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In calculating the travel cost to the commonage area, the Automobile Association (AA) of Ireland’s calculations for motoring expenses were used. It is assumed here that recreationalists only take into account the operating expenses when deciding to make a trip to the commonage area or not. Considering that the standing charges will have to be paid regardless of whether a trip is made or not and the fact that the operating cost of the car is directly dependent on miles travelled, this is not an unrealistic assumption. For these reasons, the AA estimate for operating cost per mile of € 0.25 is taken as the recreationalists travel cost per mile in this study. Table 1 summarises some of the survey responses and highlights some of the variables included in the TCM analysis. The sample of 241 observations represents the total number of surveys that were used in the empirical analysis. Just 17 of the total 265 surveys were returned incomplete, lacking some portion of the data that was needed to be included in the final **model** specification.

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In Dutch urban transportation models, currently used in municipal practice, mode **choice** and destination **choice** are usually modeled simultaneously, using a gravity **model**. The resistances in the skim matrices are calculated in the same way for each mode, and are based on either travel time, trip distance or a combination of both in the form of a generalized cost function. While these attributes are generally sufficient for the modeling of car traffic, they are insufficient for the modeling of slow modes as the bicycle (Krizek, Forsyth, & Baum, 2009): more variables appear to play an important role in the **choice** to use the bicycle. Inclusion of ‘softer’ variables as habit and attitudes, or socio- economic characteristics could improve urban transportation models. Gravity models are not capable of incorporating such variables: each extra variable would double the number of gravity functions needed. A different **model** type is needed, that can incorporate more and different variables, and that is what this research is to set the first steps towards.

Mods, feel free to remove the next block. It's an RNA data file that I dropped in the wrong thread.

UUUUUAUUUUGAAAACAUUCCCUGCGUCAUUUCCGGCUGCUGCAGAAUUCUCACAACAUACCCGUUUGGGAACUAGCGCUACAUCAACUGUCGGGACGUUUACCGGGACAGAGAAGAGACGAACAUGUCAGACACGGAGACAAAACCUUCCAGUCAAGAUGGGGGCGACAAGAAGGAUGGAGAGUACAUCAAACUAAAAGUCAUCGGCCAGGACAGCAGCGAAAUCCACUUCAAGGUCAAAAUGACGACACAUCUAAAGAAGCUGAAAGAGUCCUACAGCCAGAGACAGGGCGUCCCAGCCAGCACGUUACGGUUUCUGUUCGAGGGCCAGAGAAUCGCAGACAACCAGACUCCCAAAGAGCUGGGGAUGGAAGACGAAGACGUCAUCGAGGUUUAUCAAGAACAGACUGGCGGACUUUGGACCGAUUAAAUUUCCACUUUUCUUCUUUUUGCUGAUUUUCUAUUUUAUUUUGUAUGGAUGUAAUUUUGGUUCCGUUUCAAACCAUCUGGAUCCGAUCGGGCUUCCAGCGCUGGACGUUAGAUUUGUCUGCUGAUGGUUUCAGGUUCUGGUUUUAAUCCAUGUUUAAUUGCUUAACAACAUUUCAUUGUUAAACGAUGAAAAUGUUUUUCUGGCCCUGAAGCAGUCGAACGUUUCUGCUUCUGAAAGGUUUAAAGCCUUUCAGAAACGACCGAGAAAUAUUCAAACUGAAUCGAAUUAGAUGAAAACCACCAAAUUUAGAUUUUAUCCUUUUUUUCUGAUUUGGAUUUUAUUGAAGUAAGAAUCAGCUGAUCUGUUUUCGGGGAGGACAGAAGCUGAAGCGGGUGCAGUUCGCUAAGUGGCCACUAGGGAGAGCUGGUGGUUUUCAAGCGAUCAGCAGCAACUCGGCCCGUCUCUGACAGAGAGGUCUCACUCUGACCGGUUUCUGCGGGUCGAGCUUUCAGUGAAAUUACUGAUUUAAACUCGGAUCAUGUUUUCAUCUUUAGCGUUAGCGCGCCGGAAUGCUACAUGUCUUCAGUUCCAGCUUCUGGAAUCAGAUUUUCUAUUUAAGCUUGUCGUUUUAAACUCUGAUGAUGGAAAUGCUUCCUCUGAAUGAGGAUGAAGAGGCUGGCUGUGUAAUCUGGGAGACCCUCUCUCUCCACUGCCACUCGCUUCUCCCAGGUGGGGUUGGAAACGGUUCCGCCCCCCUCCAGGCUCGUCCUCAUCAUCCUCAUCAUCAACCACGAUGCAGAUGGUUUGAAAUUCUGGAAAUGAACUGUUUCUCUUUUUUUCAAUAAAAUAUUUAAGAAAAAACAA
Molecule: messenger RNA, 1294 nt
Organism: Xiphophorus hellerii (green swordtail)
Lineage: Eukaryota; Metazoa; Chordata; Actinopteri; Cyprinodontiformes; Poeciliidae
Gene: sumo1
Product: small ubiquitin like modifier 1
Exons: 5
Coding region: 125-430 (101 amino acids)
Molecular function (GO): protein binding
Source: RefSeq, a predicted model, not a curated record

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Since the seminal papers by Lave and Train [24] and Manski and Sherman [25], automobile demand and vehicle **choice** have been the subjects of multiple studies by transport re- searchers. Most studies (e. g., [3, 4, 8, 10, 21, 34]) are based on disaggregate **discrete** **choice** modelling of household be- haviour. But some are also based on aggregate sales data, whereby one estimates total demand or market shares held by various vehicle models (e.g., [1, 5, 14, 20, 22]). Common to most of these studies is that their data sets and methodology are too crude or too incomplete to allow for reliable predic- tions of the car fleet composition under varying fiscal and regulatory policy options. Some recent studies have, however, come a long way towards modelling the complex, joint deci- sion processes of vehicle **choice** and usage [6, 9, 18, 19, 28]. The introduction of novel fuel and propulsion technologies, such as battery, (plug-in) hybrid and fuel cell electric vehicles, and the need to combat the exhaust emission of local and global pollutants from the passenger car fleet have enhanced the political interest in the vehicle purchase choices made by private households and firms, and in how these choices can be influenced through fiscal and regulatory penalties and incen- tives. In Norway, a large number of incentives have been implemented over the last 10–12 years, most importantly a steeply CO 2 -graduated vehicle purchase tax. These incite a